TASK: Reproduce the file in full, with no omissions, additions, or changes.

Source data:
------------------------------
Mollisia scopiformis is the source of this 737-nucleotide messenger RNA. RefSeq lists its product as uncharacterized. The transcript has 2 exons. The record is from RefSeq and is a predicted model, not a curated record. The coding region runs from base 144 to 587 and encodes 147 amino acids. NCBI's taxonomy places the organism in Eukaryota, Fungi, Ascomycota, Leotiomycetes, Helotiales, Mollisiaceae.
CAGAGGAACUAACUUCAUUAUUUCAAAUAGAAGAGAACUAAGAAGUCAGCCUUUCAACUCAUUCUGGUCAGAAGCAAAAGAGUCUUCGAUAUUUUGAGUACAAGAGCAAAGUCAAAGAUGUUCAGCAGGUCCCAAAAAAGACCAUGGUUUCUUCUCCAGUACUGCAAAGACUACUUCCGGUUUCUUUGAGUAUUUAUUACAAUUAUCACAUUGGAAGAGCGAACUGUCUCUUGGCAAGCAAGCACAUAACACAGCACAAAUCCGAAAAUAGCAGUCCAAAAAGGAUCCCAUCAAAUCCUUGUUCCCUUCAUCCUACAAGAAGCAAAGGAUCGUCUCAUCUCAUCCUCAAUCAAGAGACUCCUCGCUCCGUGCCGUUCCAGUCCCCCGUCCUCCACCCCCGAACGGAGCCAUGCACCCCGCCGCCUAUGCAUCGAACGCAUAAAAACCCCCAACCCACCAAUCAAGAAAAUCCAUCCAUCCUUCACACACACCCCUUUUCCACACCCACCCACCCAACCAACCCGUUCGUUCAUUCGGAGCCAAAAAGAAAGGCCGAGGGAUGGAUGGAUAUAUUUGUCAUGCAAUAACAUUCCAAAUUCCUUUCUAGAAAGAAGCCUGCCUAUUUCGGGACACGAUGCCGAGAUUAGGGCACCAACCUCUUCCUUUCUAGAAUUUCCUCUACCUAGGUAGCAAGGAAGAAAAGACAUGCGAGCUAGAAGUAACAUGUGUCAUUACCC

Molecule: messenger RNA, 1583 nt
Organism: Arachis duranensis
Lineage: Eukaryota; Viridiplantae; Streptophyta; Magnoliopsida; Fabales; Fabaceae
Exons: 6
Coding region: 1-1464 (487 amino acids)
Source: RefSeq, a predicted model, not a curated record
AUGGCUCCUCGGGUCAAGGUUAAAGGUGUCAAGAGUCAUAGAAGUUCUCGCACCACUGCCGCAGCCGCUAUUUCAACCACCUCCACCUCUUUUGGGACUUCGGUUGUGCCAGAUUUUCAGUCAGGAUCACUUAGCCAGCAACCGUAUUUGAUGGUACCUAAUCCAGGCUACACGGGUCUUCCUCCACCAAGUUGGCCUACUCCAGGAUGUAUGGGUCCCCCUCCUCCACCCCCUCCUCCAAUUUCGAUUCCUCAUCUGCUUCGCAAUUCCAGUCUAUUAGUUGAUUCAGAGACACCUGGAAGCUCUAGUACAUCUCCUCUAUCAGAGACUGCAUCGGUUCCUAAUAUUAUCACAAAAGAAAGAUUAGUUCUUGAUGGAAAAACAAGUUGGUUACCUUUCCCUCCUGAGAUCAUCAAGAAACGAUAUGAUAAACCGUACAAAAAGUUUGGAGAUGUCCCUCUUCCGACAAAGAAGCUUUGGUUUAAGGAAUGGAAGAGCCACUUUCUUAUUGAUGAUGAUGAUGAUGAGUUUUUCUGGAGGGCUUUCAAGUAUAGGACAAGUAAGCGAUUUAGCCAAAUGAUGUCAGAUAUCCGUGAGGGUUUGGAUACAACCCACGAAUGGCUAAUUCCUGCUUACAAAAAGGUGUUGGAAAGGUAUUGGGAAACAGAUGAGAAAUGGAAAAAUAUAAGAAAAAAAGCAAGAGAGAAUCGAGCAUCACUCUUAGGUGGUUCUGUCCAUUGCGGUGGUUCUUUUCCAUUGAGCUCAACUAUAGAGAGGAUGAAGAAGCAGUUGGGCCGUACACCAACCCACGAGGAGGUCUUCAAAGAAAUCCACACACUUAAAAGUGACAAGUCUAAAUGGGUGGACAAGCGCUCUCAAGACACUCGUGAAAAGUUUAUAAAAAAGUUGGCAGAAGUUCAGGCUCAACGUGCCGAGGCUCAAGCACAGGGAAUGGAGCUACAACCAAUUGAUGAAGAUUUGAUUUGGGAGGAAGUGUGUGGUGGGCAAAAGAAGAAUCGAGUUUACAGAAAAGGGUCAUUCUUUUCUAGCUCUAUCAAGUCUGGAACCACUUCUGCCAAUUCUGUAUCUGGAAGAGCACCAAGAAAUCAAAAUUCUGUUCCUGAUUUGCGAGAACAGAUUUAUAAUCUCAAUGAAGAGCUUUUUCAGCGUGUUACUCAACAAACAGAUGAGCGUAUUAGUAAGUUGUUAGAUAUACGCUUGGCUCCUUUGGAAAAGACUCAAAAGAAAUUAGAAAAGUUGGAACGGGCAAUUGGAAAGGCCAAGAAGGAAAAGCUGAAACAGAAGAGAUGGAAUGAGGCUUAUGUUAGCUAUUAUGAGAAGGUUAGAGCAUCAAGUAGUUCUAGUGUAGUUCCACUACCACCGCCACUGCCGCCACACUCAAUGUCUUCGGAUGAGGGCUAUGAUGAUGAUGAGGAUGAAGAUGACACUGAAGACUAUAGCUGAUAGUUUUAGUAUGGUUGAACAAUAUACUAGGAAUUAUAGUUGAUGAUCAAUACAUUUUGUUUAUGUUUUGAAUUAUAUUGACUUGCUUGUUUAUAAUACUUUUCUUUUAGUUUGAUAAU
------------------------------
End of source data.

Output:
Mollisia scopiformis is the source of this 737-nucleotide messenger RNA. RefSeq lists its product as uncharacterized. The transcript has 2 exons. The record is from RefSeq and is a predicted model, not a curated record. The coding region runs from base 144 to 587 and encodes 147 amino acids. NCBI's taxonomy places the organism in Eukaryota, Fungi, Ascomycota, Leotiomycetes, Helotiales, Mollisiaceae.
CAGAGGAACUAACUUCAUUAUUUCAAAUAGAAGAGAACUAAGAAGUCAGCCUUUCAACUCAUUCUGGUCAGAAGCAAAAGAGUCUUCGAUAUUUUGAGUACAAGAGCAAAGUCAAAGAUGUUCAGCAGGUCCCAAAAAAGACCAUGGUUUCUUCUCCAGUACUGCAAAGACUACUUCCGGUUUCUUUGAGUAUUUAUUACAAUUAUCACAUUGGAAGAGCGAACUGUCUCUUGGCAAGCAAGCACAUAACACAGCACAAAUCCGAAAAUAGCAGUCCAAAAAGGAUCCCAUCAAAUCCUUGUUCCCUUCAUCCUACAAGAAGCAAAGGAUCGUCUCAUCUCAUCCUCAAUCAAGAGACUCCUCGCUCCGUGCCGUUCCAGUCCCCCGUCCUCCACCCCCGAACGGAGCCAUGCACCCCGCCGCCUAUGCAUCGAACGCAUAAAAACCCCCAACCCACCAAUCAAGAAAAUCCAUCCAUCCUUCACACACACCCCUUUUCCACACCCACCCACCCAACCAACCCGUUCGUUCAUUCGGAGCCAAAAAGAAAGGCCGAGGGAUGGAUGGAUAUAUUUGUCAUGCAAUAACAUUCCAAAUUCCUUUCUAGAAAGAAGCCUGCCUAUUUCGGGACACGAUGCCGAGAUUAGGGCACCAACCUCUUCCUUUCUAGAAUUUCCUCUACCUAGGUAGCAAGGAAGAAAAGACAUGCGAGCUAGAAGUAACAUGUGUCAUUACCC

Molecule: messenger RNA, 1583 nt
Organism: Arachis duranensis
Lineage: Eukaryota; Viridiplantae; Streptophyta; Magnoliopsida; Fabales; Fabaceae
Exons: 6
Coding region: 1-1464 (487 amino acids)
Source: RefSeq, a predicted model, not a curated record
AUGGCUCCUCGGGUCAAGGUUAAAGGUGUCAAGAGUCAUAGAAGUUCUCGCACCACUGCCGCAGCCGCUAUUUCAACCACCUCCACCUCUUUUGGGACUUCGGUUGUGCCAGAUUUUCAGUCAGGAUCACUUAGCCAGCAACCGUAUUUGAUGGUACCUAAUCCAGGCUACACGGGUCUUCCUCCACCAAGUUGGCCUACUCCAGGAUGUAUGGGUCCCCCUCCUCCACCCCCUCCUCCAAUUUCGAUUCCUCAUCUGCUUCGCAAUUCCAGUCUAUUAGUUGAUUCAGAGACACCUGGAAGCUCUAGUACAUCUCCUCUAUCAGAGACUGCAUCGGUUCCUAAUAUUAUCACAAAAGAAAGAUUAGUUCUUGAUGGAAAAACAAGUUGGUUACCUUUCCCUCCUGAGAUCAUCAAGAAACGAUAUGAUAAACCGUACAAAAAGUUUGGAGAUGUCCCUCUUCCGACAAAGAAGCUUUGGUUUAAGGAAUGGAAGAGCCACUUUCUUAUUGAUGAUGAUGAUGAUGAGUUUUUCUGGAGGGCUUUCAAGUAUAGGACAAGUAAGCGAUUUAGCCAAAUGAUGUCAGAUAUCCGUGAGGGUUUGGAUACAACCCACGAAUGGCUAAUUCCUGCUUACAAAAAGGUGUUGGAAAGGUAUUGGGAAACAGAUGAGAAAUGGAAAAAUAUAAGAAAAAAAGCAAGAGAGAAUCGAGCAUCACUCUUAGGUGGUUCUGUCCAUUGCGGUGGUUCUUUUCCAUUGAGCUCAACUAUAGAGAGGAUGAAGAAGCAGUUGGGCCGUACACCAACCCACGAGGAGGUCUUCAAAGAAAUCCACACACUUAAAAGUGACAAGUCUAAAUGGGUGGACAAGCGCUCUCAAGACACUCGUGAAAAGUUUAUAAAAAAGUUGGCAGAAGUUCAGGCUCAACGUGCCGAGGCUCAAGCACAGGGAAUGGAGCUACAACCAAUUGAUGAAGAUUUGAUUUGGGAGGAAGUGUGUGGUGGGCAAAAGAAGAAUCGAGUUUACAGAAAAGGGUCAUUCUUUUCUAGCUCUAUCAAGUCUGGAACCACUUCUGCCAAUUCUGUAUCUGGAAGAGCACCAAGAAAUCAAAAUUCUGUUCCUGAUUUGCGAGAACAGAUUUAUAAUCUCAAUGAAGAGCUUUUUCAGCGUGUUACUCAACAAACAGAUGAGCGUAUUAGUAAGUUGUUAGAUAUACGCUUGGCUCCUUUGGAAAAGACUCAAAAGAAAUUAGAAAAGUUGGAACGGGCAAUUGGAAAGGCCAAGAAGGAAAAGCUGAAACAGAAGAGAUGGAAUGAGGCUUAUGUUAGCUAUUAUGAGAAGGUUAGAGCAUCAAGUAGUUCUAGUGUAGUUCCACUACCACCGCCACUGCCGCCACACUCAAUGUCUUCGGAUGAGGGCUAUGAUGAUGAUGAGGAUGAAGAUGACACUGAAGACUAUAGCUGAUAGUUUUAGUAUGGUUGAACAAUAUACUAGGAAUUAUAGUUGAUGAUCAAUACAUUUUGUUUAUGUUUUGAAUUAUAUUGACUUGCUUGUUUAUAAUACUUUUCUUUUAGUUUGAUAAU